What beer do you think Batman drinks when he's hanging out in his bat cave after stomping on a bunch of baddies? We imagine if Batman did enjoy a craft beer or two, it would probably be as black as his bat suit. Something like a schwarzbier!
Sometimes called black lagers, schwarzbiers are similar to German-style dunkels, but drier, darker, and roastier. Literally translating to black beer in German, these lagers may actually be one of the oldest beer styles in the world. In 1935, archaeologists working in a 3,000-year-old Celtic tomb near Kulmbach in Northern Bavaria, Germany, uncovered an ancient jar (called an amphora) that contained remnants of some kind of black beer. 😱 These excavators (and modern day Indian Joneses) discovered the oldest evidence of brewing in Europe.
Now, we don't know exactly what type of beer that amphora contained, but we do know that monks in this area would eventually become famous for their Kulmbacher Kloster Mönchshof Schwarzbier, which literally translates to black beer from the monks' courtyard cloister.
Today, these beers are known for their distinctive copper to chocolate to charcoal color from Munich malts. But despite pouring an inky black, these beers have a surprisingly light body. Much like Batman's triple-weave kevlar suit. It's just so breathable.
And unlike other dark beers such as porters and stouts, schwarzbiers actually feature a good amount of noble hopping to provide a longer bitterness. A dry finish caps off this style known for its rich coffee, chocolate, and cocoa notes.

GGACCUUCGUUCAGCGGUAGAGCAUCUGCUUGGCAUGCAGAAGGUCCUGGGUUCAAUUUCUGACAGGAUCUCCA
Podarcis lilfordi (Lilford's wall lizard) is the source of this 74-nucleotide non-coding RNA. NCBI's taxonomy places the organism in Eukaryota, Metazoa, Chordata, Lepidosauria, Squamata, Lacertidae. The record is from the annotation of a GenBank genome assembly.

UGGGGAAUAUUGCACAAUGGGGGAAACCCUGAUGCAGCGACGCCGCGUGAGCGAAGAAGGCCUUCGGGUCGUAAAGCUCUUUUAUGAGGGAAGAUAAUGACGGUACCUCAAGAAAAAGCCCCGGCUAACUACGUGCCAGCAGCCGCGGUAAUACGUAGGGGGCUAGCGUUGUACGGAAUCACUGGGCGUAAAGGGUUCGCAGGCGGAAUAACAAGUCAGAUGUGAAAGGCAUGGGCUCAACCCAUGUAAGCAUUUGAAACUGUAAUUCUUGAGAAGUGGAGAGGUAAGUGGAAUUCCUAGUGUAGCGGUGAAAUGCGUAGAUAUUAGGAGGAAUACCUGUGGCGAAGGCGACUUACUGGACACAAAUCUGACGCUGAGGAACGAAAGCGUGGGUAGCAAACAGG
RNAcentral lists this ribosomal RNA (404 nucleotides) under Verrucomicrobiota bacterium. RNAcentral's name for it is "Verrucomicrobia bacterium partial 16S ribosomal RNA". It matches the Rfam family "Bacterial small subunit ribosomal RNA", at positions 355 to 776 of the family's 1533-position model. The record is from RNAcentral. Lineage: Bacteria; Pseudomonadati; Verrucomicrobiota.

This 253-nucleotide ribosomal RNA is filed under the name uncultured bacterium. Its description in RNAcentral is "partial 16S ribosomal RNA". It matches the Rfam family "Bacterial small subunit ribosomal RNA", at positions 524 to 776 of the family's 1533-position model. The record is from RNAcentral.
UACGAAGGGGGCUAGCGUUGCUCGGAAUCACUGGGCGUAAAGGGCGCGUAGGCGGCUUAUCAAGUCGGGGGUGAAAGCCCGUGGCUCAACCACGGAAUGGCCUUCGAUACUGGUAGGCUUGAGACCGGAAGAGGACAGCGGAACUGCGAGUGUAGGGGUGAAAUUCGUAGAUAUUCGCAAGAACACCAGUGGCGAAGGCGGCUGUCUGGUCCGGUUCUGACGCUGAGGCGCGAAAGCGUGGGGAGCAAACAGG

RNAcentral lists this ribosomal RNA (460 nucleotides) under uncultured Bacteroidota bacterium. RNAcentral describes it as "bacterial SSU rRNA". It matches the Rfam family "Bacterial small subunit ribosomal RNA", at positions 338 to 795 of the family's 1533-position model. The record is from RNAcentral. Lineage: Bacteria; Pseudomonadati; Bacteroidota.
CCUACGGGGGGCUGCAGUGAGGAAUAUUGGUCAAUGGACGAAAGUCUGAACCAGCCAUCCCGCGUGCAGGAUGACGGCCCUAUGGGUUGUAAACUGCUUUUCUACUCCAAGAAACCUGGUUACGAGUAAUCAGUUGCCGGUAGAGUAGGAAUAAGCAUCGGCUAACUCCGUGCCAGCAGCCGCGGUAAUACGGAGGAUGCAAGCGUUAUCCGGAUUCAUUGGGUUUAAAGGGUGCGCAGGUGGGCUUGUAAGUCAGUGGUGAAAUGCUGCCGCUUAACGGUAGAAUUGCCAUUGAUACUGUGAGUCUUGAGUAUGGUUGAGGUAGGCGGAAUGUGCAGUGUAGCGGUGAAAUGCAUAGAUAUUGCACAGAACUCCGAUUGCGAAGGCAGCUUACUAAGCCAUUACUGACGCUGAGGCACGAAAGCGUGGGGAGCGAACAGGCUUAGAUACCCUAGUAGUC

In modern-day brewing, this style isn't uber popular by any means. But like a dark knight, we find this obsidian style to be kind of an unsung hero.
On the latest episode of Virtual Happy Hour, Kenny talked with Atinuke "Tinu" Akintola Diver, the director and producer of the film This Belongs to Us, a documentary that explores how American craft beer culture became synonymous with white, male identity and how black, Southern craft brewers are reclaiming this space. Tinu shares more about the barriers in our industry and most importantly how BIPOC brewery owners can overcome them. You must tune into this incredible conversation.
Have you ever seen such a beautiful kombucha? Super Berry Allkind Kombucha is packed with organic blueberry, raspberry, acai, elderberry, and a dash of ginger. Bright and bubbly with a clean finish, this SCOBY Fermented, hard kombucha is positively alive! Find Allkind Super Berry Hard Kombucha on draft and in 6-packs near you: Booch Finder.